This lesson focuses on helping pupils to move beyond simple story telling and sequencing to thinking about the effect that each event in her life had on Mary. By encouraging pupils to think in terms of happy and sad events, you will help them build a deeper understanding of her life and achievements. To make the changes in her fortunes more vivid, pupils represent events in physical forms.
Side illustration from Stone Girl, Bone Girl by Laurence Anholt illustrated by Sheila Moxley is reproduced with kind permission of Frances Lincoln publishers)
Pupils sequence between 5 and 9 events in her life
They match captions to images
They create a human living graph to show how events impacted on Mary; did they make her happy or sad?
They can annotate a simple graph relating changes in the graph’s shape to turning points in Mary’s life
The lesson works like this. Having been told the story (numerous versions offered below in reading list), pupils are asked to recall any event from her life. To help make this vivid, the PowerPoint has 9 key images in chronological order. You might want to add to these, change or subtract.
To check that the pupils have grasped the chronological order correctly, issue them with a set of the 9 pictures (3 per A4 page should be big enough). Some pupils will be better served if they start with a smaller number, adding more as their confidence grows. If non-readers are paired with confident readers, they can also match the captions (on the downloadable event cards) to the pictures as a way of helping consolidate the narrative sequence. PLEASE BE AWARE THAT THIS IS A SIMPLIFIED VERSION AND THAT LITTLE ATTENTION IS PAID TO THE PASSAGE OF TIME AS THE FOCUS IS ON THE NARRATIVE.
Now ask individual pupils to name an important event –one of the nine. You give each child one of the event cards/images in turn and ask them to come to the front of the class, standing in random order. This is an imaginary line at the front of the class along which the story will be reconstructed. Now ask the children to stand in chronological order. Give the 9 who are standing in line the opportunity to work the order out for themselves before asking the rest of the class to check and make any necessary adjustments.
Optional for younger pupils or those who lack confidence: The pupil taking the first card stands somewhere along the story line which is marked with START of the story at one end and END at the other. They hold their card for all to see. As the next pupil takes, or asks for, a card they have to decide where to stand in relation to the first pupil. This will simply be ‘before’ or ‘after’ at this stage. If any pupils are uncertain they can be helped by others waiting for their turn. With two pupils now in place holding their cards, you work through the rest of the events. Pupils’ knowledge of the correct sequence is challenged by each successive addition. The emphasis is on the class working together to get it right rather than expecting one pupil to know. For your benefit the correct sequence is this:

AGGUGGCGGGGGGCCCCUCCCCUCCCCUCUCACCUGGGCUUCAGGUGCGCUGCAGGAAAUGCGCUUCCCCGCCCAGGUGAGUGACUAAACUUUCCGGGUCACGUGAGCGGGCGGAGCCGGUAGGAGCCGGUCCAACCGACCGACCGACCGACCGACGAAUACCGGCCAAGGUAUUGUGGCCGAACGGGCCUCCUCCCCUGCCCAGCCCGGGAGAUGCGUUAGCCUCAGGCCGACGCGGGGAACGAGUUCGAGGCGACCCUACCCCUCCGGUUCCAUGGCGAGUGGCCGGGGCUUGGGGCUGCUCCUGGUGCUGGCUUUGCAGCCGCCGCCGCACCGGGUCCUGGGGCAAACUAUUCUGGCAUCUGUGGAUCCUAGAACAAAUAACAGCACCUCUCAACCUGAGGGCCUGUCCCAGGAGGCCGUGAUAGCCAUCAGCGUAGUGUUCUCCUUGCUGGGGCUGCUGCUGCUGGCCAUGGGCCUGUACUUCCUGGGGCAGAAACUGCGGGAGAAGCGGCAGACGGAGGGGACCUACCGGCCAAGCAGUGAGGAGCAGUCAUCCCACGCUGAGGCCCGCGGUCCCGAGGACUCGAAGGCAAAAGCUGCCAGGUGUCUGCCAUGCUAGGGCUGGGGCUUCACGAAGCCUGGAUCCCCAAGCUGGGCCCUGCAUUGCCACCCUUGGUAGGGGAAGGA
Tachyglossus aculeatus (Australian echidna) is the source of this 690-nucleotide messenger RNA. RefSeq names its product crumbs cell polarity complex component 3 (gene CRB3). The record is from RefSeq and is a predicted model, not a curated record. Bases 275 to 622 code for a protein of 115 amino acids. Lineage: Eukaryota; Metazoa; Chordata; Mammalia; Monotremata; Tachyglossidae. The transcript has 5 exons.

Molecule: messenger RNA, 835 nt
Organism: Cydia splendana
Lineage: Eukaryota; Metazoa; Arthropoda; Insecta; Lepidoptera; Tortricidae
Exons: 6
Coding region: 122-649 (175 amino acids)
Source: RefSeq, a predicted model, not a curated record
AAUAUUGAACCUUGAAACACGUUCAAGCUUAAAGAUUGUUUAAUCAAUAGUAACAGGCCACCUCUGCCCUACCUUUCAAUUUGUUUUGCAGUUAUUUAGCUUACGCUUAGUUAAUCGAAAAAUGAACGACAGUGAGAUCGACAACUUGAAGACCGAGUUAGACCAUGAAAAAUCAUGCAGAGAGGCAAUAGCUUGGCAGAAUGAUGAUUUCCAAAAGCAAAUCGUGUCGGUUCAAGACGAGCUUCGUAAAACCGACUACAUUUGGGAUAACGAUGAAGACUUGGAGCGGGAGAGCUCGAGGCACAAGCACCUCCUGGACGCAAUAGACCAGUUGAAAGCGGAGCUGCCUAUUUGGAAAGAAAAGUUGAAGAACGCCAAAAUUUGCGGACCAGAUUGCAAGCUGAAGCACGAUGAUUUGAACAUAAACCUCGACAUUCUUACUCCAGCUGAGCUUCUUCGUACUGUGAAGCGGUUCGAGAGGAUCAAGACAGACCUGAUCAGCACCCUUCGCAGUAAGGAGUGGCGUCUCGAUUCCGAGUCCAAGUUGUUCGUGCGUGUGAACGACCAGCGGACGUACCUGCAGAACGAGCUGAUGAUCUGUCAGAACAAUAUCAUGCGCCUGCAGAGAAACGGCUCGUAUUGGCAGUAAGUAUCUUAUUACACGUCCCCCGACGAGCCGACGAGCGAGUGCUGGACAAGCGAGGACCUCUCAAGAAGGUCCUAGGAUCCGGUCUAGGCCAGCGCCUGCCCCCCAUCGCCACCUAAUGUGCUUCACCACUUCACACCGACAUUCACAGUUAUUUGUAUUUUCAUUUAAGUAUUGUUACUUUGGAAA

Slide F, G, B, A, D, G, H I, E
If you are matching caption to images then the answers are:
F=2 G=3 B=7 A= 8 D= 4 C=6 H=1 I=5 E=9
With between 6 and 19 pupils at the front, in the right story sequence, (you choose how many is realistic for your class) it is now time for the pupils to interpret each of the events. Starting with the pupil with the first card in the story, they have to decide if it was a good time for Mary or a bad time. If it was BAD they step back one space behind the story line. If it is GOOD they step one pace forward. You might want to model this first so they are sure of what you asking for. You might use the example of Mary’s father dying as being a BAD time. Clearly you will be alert to any sensitivities that might make this inappropriate. As you work along the line with pupils stepping forward and backwards, gaps appear which help pupils to see the changes in fortune more clearly. .
To really make the point, you could ask pupils to step a further step backwards or forwards if it was a really good or bad time for Mary.
The shape the pupils make, physically, by standing in this way can now be turned into an image, rather like a line graph. We call this a human living graph. You might like to draw this on the Interactive White Board to show what you mean. PowerPoint Slide 11 gives you a model which you might want to adjust for your pupils. It is quite valid to come up with an alternative shape depending on how precise the time periods are. Explain that happy and sad are on the left hand axis, with the events in her life along the horizontal axis. Start half-way up the left hand axis. Several points are of interest; some are also sensitive and will need careful treatment. The issue of a death of a parent and bullying
Now use this graph as a plenary. Point to parts of the story and ask pupils to explain why it was a happy/sad time. This will be taxing for some. Pupils might like to come to the front in pairs and point to a time when Mary was happy/sad. (Pupils usually refer to bullying, the death of her father and, of course, her dog). The rest of the class could suggest why at that time, she was sad/happy.